Market Insight | A family company
By Scott Grant
A quarter century ago, a woman named Thelma Howard passed away and left half of her estate, more than $5 million, to children’s charities in and for the County of Los Angeles. Thelma was not an heiress or an actress. She was a maid.
She served Walt Disney and his family for so long that she became part of the family. Many say she was the inspiration for the TV character Hazel. In any event, Walt Disney gave Thelma shares of Disney stock on Christmas and her birthday every year and the woman Walt Disney liked to call “the real life Mary Poppins” held those shares and let them grow. She believed in Disney. She was part of the family.
Every so often, someone will come along and tells me they want to invest in the company that makes Saran Wrap. Saran Wrap is great. You can use it for so many things: cooking, storing, freezing. I imagine everybody uses Saran Wrap some of the time. People look at the product and think, “This is something everyone uses” and they want to invest in the company that makes it.
They are always disappointed when I tell them, “You can’t.” Saran Wrap is made by SC Johnson. SC Johnson is the largest non-publicly traded company in the world. They do not sell shares of stock. In addition to Saran Wrap, SC Johnson makes a number of other popular household products including Drano, Off, Pledge, Glade, Raid, Windex and Ziploc.
SC Johnson is a great company with a number of great businesses. That and the fact that I cannot, just makes me want to invest in them even more. I bet you feel the same.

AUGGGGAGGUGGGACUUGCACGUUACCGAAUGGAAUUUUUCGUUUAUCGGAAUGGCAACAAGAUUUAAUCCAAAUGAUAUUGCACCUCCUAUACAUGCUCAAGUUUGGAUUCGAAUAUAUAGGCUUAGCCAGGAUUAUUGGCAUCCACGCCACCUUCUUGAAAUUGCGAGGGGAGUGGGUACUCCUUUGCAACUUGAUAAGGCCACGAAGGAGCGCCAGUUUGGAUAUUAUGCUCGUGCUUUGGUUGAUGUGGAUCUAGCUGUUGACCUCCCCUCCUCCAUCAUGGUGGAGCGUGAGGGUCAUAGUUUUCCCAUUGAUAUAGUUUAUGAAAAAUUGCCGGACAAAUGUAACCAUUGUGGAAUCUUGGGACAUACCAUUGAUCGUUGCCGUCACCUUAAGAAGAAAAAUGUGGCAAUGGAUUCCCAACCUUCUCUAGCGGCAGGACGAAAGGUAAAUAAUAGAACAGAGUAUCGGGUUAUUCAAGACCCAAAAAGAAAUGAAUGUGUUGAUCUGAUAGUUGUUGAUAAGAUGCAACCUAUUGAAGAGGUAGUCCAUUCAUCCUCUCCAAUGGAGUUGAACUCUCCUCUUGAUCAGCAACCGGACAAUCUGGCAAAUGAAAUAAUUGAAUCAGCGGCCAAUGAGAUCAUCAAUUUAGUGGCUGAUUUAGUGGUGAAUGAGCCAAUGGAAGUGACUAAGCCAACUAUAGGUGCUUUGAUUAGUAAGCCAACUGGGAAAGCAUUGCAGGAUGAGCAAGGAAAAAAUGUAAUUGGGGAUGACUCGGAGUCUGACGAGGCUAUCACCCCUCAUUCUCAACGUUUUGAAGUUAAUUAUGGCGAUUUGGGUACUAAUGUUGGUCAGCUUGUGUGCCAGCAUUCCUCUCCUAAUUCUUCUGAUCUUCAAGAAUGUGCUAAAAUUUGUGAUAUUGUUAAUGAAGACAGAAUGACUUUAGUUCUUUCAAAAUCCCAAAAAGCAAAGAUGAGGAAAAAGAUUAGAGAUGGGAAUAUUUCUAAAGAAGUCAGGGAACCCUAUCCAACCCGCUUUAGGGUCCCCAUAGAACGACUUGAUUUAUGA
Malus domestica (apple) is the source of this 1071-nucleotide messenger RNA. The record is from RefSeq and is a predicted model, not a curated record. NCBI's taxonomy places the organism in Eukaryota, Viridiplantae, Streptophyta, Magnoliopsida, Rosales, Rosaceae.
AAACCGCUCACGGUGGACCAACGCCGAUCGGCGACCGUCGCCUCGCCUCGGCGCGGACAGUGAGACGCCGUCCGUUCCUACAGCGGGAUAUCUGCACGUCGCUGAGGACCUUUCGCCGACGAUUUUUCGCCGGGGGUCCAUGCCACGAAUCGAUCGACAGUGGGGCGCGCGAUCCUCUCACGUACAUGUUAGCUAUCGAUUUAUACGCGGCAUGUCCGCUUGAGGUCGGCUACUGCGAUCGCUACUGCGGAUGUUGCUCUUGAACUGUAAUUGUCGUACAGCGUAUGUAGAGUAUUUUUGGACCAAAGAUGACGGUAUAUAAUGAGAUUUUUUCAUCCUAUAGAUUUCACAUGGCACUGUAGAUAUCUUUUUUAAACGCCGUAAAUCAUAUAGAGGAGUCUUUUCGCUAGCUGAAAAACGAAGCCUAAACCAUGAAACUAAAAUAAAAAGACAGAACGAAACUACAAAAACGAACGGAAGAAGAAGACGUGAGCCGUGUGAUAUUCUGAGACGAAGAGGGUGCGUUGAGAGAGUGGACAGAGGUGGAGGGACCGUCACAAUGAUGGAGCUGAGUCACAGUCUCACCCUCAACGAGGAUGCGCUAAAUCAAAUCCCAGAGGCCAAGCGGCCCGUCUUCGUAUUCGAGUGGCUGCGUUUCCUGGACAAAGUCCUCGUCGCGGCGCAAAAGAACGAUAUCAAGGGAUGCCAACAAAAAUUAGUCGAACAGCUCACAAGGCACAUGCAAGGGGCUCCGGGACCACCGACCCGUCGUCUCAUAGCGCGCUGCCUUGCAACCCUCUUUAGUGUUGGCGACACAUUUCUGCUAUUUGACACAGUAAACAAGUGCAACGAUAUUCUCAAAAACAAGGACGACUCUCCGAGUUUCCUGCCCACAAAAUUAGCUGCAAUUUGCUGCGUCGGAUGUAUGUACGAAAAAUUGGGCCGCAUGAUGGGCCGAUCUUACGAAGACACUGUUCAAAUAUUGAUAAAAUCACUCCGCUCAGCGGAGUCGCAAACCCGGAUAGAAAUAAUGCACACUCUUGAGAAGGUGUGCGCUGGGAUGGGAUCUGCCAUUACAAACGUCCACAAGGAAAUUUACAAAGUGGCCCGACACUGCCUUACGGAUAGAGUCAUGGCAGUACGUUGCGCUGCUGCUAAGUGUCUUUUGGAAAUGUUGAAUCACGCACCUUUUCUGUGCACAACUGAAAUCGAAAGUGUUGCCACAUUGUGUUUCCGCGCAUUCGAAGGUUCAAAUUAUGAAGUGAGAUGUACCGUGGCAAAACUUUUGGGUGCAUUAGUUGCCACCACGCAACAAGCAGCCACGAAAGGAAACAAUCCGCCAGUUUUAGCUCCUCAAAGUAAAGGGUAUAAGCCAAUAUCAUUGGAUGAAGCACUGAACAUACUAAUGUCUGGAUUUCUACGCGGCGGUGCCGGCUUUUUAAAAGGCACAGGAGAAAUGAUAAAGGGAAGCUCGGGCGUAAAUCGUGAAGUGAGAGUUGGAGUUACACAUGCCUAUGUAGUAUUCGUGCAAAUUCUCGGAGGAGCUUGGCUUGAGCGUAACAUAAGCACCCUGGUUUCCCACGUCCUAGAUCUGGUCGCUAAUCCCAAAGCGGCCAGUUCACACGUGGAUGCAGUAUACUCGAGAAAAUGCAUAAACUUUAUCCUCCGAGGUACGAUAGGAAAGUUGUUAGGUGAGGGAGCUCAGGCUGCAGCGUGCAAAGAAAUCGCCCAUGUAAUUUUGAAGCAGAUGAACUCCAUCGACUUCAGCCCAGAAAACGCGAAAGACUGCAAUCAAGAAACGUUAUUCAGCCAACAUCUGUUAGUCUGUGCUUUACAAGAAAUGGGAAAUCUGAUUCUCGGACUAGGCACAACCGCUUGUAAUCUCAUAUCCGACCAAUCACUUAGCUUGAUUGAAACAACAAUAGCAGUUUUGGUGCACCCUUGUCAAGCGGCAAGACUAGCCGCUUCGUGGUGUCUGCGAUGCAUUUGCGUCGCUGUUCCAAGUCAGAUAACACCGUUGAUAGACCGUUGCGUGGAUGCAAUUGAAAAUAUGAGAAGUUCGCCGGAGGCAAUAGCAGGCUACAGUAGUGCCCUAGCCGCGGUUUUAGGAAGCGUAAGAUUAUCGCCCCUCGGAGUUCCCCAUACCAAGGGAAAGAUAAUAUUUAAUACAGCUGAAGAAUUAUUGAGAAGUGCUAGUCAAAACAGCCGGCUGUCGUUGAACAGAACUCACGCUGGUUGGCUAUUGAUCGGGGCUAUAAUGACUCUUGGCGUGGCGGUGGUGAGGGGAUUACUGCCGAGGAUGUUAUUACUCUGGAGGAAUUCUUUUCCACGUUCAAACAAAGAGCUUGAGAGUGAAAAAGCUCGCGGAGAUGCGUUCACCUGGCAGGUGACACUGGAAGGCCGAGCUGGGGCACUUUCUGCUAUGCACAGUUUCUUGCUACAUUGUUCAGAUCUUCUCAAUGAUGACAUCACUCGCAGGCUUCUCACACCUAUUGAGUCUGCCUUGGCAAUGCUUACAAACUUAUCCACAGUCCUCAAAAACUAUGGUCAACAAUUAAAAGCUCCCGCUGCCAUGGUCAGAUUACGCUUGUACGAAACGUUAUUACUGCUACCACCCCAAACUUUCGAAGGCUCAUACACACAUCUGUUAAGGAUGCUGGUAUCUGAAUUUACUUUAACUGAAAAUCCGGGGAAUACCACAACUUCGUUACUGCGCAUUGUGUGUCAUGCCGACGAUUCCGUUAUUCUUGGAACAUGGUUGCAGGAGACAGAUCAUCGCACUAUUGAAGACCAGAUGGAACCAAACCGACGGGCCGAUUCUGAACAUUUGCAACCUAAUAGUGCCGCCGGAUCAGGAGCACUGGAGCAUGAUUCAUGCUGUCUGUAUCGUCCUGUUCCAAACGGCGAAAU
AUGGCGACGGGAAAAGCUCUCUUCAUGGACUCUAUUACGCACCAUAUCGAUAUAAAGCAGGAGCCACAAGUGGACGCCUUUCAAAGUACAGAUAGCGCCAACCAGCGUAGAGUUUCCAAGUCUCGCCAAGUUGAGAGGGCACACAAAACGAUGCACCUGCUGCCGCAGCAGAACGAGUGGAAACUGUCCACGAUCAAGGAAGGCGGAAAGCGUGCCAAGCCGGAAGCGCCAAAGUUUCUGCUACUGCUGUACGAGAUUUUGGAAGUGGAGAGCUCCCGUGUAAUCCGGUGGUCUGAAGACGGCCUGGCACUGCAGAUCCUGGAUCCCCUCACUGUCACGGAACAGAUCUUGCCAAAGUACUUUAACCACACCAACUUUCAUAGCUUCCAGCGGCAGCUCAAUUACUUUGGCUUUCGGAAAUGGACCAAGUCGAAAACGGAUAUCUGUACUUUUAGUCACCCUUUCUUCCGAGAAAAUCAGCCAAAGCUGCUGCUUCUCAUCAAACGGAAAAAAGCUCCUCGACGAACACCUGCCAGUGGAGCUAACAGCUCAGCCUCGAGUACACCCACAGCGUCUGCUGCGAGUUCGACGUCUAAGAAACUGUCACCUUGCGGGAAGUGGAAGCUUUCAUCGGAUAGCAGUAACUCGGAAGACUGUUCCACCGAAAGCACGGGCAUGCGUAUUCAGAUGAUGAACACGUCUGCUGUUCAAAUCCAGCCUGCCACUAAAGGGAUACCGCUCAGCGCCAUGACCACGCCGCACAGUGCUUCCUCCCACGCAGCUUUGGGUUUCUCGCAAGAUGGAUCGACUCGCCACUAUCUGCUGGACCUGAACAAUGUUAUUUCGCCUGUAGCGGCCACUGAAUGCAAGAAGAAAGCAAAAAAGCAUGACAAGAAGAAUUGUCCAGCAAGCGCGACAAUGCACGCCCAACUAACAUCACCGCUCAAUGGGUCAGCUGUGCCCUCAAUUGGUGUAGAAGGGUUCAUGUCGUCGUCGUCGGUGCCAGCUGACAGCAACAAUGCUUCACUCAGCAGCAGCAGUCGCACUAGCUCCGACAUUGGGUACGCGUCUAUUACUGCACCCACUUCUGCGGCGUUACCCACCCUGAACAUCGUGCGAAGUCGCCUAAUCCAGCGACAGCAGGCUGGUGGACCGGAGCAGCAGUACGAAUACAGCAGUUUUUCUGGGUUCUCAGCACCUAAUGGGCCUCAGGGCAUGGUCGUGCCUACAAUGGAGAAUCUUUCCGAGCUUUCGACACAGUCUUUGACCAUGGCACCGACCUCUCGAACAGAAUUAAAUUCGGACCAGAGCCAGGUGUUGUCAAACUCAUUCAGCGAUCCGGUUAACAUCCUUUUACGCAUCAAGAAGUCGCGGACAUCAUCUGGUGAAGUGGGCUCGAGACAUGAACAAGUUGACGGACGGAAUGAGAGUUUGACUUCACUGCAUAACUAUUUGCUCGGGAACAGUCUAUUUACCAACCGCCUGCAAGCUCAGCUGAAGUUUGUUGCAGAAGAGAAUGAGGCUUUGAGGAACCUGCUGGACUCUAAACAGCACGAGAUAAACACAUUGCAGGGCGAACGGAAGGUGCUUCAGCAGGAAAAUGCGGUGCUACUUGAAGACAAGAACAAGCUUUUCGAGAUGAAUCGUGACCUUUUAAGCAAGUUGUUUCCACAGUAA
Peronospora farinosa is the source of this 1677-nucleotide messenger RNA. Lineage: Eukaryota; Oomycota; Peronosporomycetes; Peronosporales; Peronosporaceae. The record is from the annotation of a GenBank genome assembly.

“What do you mean, I can’t invest? That’s almost un-American!” And to make matters worse, it isn’t that they do not have stock. They do. It is just that SC Johnson is a family owned company. All of the shares are held by the family. And now I bet you are wishing you were born into THAT family. Me too!
The SC Johnson story makes a good point. Would be investors sometimes look at the stocks as pieces of paper or three- and four-letter blips running across the bottom of a television screen. They are not. Stocks represent ownership, ownership of the underlying company. When picking a stock to invest in, be like Thelma and buy in for life. Pick a company that you would not mind owning forever. One that you would be happy to pass on to your children.
Scott A. Grant is President of Standfast Asset Management in Ponte Vedra Beach. He welcomes your comments or questions at firstname.lastname@example.org.